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GRANT MUDFORD

November 23, 2002 - January 4, 2003 at Rosamund Felsen Gallery, Santa Monica

by Mario Cutajar




“Walt Disney Concert Hall, Under
Construction #2,” 2002, chromogenic
print mounted on cintra, 48 x 60 1/2".






“Walt Disney Concert Hall, Under
Construction #5,” 2002, chromogenic
print mounted on cintra, 48 x 60 1/2".





“Walt Disney Concert Hall, Under
Construction #1,” 2002, chromogenic
print mounted on cintra, 48 x 60 1/2".





“Contemporary Arts Center, Cincinnati,
Under Construction." 2002, chromogenic
print mounted on cintra, 48 x 60 1/2".

Looking at Grant Mudford's large format photographs of the Walt Disney Concert Hall under construction, you can't help coming away thinking how interesting contemporary buildings are in their unfinished state, moreso than before their innards are sealed up and they become the slick, reticent facades of money and power. Mudford has been photographically documenting construction sites, often on commission, for close to two decades. Among his notable series are those devoted to Parliament House, Canberra, Australia; a hospital emergency room; and Our Lady of the Angels cathedral. His most recent series focuses on the Frank Gehry-designed Walt Disney Concert Hall going up just down the street from Our Lady. Ten of the prints are on display here.

Frank Gehry's virtuosic essay in cubofuturist form--architecture as sculpture--is a particularly fitting subject for a photographer who uses photography as an abstract medium. Construction sites in general offer the pho-tographer an almost infinite variety of volumes and textures to play with. Tackling the Disney Hall site adds the extra dimension of dealing with a building whose self-consciously flamboyant form keys up the artificiality of the façade, and gives the photographer the opportunity to draw a closer parallel between the building activity documented and the photograph itself as a construction: the photograph as façade.

Mudford has long held that photographs are "excellent liars." So for him the explicitness of the frame is paramount. Looking at a Mudford photograph, you are always aware that what's on display has been deliberately isolated and composed. In the Disney Hall photographs, as in his photographs in general, the site is invariably depopulated, making the scale ambiguous. In those photographs that collage parts of the rising hall against a backdrop of the downtown skyline, the edges of the picture are expressly determined by the requirements of the composition, not those of "information." With no scale markers, no tilting of the camera in any direction, and no foreground, Mudford's images are as flat as abstract paintings. The effect is accentuated by the unfinished state of the structures, which sometimes are chopped off just where they approach the picture plane, almost as if the picture plane was some kind of guillotine that truncated anything that might project out of it (Disney #2). In photographs of the interior scaffolding, forests of slender, red pipe supports create delicate web patterns that entangle the eye and keep it from straying beyond the surface. These are the most overtly "painterly" photographs in the series.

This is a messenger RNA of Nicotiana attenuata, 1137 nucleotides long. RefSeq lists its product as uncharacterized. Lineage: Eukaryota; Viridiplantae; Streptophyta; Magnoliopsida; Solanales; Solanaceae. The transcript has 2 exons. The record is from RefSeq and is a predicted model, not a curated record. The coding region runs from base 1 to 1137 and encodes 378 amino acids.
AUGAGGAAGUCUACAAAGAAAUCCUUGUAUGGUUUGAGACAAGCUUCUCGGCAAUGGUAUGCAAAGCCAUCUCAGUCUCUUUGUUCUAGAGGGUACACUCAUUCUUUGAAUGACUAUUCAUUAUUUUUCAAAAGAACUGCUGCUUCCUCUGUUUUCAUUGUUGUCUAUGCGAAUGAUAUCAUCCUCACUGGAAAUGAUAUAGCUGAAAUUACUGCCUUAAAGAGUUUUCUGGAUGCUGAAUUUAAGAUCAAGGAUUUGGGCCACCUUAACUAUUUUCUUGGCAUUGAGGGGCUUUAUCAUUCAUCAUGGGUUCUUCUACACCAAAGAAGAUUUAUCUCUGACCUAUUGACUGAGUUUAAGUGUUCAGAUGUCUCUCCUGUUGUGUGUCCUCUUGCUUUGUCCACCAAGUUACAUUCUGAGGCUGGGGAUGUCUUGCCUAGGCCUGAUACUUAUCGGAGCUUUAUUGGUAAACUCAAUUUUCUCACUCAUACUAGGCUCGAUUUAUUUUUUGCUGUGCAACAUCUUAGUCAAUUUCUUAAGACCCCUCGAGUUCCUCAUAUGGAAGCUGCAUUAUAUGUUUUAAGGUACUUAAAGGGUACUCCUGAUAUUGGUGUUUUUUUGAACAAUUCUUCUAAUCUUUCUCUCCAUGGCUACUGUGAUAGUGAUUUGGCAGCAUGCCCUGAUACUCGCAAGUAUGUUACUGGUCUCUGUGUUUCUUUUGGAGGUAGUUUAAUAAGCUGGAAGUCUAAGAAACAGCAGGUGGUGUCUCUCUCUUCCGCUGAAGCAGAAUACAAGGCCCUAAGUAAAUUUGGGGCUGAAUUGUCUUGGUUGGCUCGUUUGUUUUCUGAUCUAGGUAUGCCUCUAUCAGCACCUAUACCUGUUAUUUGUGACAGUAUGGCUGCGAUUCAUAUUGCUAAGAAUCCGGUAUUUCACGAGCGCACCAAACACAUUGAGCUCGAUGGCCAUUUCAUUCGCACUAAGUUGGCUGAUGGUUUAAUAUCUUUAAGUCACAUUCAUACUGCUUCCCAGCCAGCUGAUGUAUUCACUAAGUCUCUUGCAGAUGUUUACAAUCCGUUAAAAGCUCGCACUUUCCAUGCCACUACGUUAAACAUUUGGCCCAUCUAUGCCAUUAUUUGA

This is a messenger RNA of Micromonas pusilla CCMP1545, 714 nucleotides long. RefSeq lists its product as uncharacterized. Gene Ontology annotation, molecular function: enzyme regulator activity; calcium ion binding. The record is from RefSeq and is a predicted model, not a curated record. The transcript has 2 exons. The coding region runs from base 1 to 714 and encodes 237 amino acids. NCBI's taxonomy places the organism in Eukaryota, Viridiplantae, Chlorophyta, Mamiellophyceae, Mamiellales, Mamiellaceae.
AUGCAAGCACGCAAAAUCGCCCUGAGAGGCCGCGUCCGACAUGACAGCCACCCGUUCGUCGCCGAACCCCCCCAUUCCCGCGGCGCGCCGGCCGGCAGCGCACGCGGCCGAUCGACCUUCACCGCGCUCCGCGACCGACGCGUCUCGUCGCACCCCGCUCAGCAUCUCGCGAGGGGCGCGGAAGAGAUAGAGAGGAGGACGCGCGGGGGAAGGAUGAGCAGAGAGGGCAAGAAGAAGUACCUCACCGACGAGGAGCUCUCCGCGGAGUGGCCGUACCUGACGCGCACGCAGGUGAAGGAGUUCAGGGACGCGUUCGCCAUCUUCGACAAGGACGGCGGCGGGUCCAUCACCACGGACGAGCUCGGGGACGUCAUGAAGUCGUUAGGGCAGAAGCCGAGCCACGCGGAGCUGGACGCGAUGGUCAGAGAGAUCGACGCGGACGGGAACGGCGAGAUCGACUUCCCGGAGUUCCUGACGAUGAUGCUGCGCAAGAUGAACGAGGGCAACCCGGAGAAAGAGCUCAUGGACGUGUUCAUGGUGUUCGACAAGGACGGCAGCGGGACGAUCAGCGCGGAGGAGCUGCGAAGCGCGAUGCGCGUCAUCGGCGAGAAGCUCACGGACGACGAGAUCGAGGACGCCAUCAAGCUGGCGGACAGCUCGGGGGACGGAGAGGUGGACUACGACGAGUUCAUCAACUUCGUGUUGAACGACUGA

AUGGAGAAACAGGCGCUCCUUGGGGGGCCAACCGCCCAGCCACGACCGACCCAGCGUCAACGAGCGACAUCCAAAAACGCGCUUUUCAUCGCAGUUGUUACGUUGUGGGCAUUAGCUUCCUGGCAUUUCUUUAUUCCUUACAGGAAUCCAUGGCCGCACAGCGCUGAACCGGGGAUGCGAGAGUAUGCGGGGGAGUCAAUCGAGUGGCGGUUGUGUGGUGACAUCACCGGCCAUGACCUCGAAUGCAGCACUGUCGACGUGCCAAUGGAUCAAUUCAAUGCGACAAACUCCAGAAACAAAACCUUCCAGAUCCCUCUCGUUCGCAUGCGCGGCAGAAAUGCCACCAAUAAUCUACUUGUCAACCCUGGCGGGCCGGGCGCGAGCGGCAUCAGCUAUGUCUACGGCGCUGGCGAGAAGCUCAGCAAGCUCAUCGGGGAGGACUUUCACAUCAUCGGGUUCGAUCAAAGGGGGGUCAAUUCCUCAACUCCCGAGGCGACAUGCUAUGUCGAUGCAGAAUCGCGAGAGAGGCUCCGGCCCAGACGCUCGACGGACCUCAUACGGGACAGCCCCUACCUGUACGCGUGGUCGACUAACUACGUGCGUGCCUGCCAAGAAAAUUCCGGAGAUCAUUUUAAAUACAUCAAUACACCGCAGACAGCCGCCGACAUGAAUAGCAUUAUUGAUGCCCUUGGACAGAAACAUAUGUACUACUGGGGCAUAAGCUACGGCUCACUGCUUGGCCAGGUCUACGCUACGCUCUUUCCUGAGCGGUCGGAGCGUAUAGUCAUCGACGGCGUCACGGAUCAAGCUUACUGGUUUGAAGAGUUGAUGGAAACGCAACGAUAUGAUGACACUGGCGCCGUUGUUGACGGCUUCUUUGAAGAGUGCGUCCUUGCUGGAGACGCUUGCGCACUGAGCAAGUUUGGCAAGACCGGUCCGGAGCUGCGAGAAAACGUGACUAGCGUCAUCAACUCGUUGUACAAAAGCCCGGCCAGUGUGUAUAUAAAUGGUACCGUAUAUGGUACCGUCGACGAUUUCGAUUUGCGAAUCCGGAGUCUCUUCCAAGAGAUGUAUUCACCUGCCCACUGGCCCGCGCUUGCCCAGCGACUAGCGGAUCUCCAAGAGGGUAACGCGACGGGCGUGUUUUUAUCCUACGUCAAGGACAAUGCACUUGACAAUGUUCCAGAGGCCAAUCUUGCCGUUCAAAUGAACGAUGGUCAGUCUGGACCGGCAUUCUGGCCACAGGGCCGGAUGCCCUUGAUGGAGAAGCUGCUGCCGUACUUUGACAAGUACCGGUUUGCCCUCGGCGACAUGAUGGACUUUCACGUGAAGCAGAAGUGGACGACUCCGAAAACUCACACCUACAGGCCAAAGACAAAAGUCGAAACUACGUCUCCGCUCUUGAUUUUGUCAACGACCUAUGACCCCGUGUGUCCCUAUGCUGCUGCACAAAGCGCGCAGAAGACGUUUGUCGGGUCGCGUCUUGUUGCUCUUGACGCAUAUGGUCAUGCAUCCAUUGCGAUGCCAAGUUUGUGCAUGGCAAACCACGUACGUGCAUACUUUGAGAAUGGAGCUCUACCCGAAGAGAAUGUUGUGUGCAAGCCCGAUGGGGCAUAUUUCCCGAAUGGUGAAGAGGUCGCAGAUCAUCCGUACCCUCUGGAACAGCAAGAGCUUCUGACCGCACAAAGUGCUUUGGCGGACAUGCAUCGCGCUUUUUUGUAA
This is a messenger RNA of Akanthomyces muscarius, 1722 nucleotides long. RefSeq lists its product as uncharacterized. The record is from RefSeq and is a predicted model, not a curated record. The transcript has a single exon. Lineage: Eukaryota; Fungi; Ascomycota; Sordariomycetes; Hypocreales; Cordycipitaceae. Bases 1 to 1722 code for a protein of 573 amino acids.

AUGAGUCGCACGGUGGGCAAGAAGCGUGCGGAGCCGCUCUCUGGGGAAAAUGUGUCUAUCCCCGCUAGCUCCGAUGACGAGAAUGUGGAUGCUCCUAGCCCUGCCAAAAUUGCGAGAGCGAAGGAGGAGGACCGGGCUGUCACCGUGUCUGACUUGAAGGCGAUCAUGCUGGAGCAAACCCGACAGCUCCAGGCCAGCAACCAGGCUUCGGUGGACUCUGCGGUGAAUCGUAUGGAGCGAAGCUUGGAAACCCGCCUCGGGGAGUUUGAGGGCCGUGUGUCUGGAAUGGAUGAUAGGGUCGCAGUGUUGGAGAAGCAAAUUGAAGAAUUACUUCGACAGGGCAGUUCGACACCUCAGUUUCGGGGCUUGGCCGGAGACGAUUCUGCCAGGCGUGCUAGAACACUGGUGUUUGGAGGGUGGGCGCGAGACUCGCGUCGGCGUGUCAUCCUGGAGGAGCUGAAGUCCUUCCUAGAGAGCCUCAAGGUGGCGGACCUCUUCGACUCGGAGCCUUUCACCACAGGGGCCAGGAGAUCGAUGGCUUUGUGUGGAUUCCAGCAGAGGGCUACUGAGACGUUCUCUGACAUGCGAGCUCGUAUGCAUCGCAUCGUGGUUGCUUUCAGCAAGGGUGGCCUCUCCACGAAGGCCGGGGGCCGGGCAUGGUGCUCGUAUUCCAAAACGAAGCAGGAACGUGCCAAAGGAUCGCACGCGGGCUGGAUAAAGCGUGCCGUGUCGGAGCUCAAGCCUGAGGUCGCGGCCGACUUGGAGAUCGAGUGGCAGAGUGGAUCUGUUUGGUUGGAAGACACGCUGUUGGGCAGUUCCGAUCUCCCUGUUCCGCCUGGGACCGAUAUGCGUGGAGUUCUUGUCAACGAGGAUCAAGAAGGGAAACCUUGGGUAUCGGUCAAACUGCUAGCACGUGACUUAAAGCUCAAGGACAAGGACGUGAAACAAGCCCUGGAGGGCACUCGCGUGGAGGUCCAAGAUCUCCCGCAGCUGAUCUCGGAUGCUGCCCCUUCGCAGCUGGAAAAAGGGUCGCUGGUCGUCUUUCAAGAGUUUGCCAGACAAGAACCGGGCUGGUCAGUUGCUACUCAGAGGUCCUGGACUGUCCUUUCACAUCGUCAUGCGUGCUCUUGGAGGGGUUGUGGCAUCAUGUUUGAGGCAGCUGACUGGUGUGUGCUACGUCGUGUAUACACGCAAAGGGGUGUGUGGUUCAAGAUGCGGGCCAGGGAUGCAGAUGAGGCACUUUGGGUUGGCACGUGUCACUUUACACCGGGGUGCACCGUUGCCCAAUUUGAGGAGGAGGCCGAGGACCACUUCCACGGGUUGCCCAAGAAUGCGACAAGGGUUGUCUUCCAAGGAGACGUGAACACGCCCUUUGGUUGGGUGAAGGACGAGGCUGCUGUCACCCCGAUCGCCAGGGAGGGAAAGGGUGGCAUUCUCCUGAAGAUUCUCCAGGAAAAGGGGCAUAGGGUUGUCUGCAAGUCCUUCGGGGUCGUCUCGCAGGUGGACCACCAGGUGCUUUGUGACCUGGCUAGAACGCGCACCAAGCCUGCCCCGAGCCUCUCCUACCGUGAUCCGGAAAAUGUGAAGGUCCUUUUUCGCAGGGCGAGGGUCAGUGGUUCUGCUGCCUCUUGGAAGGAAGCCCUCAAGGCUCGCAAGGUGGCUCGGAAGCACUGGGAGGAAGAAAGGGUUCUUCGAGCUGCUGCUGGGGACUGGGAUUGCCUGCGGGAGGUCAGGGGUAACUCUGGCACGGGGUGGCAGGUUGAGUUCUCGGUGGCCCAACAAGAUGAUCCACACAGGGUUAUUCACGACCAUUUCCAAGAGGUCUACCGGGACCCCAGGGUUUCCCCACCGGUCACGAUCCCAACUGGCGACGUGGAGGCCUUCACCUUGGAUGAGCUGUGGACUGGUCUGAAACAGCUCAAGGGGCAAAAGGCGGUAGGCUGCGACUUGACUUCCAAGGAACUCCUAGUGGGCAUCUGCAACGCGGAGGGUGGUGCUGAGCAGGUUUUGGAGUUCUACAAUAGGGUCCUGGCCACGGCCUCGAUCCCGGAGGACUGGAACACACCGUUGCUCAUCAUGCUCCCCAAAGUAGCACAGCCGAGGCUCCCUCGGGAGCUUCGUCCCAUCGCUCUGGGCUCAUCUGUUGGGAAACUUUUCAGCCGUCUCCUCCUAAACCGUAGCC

The images from the Disney Hall series don't transmit any overt critical or political messages. Mostly they function as rigorous abstract images even as they tweak the notion of photographic documentation. And yet, one can't help but think that an extended fascination with the materials and processes of building, as opposed to a fascination with the glamorized finished product, implies a certain sympathy for the humble. This seems particularly evident in a photograph of a section of the façade of the Contemporary Arts Center in Cincinnati. The focus is on some plastic sheets draped over a terrace and the stain-like shadows they cast on the concrete. The sheets become stand-ins for the paintings that will hang in the Arts Center when it's finished, but their placement is entirely accidental and evanescent. The art is in the noticing.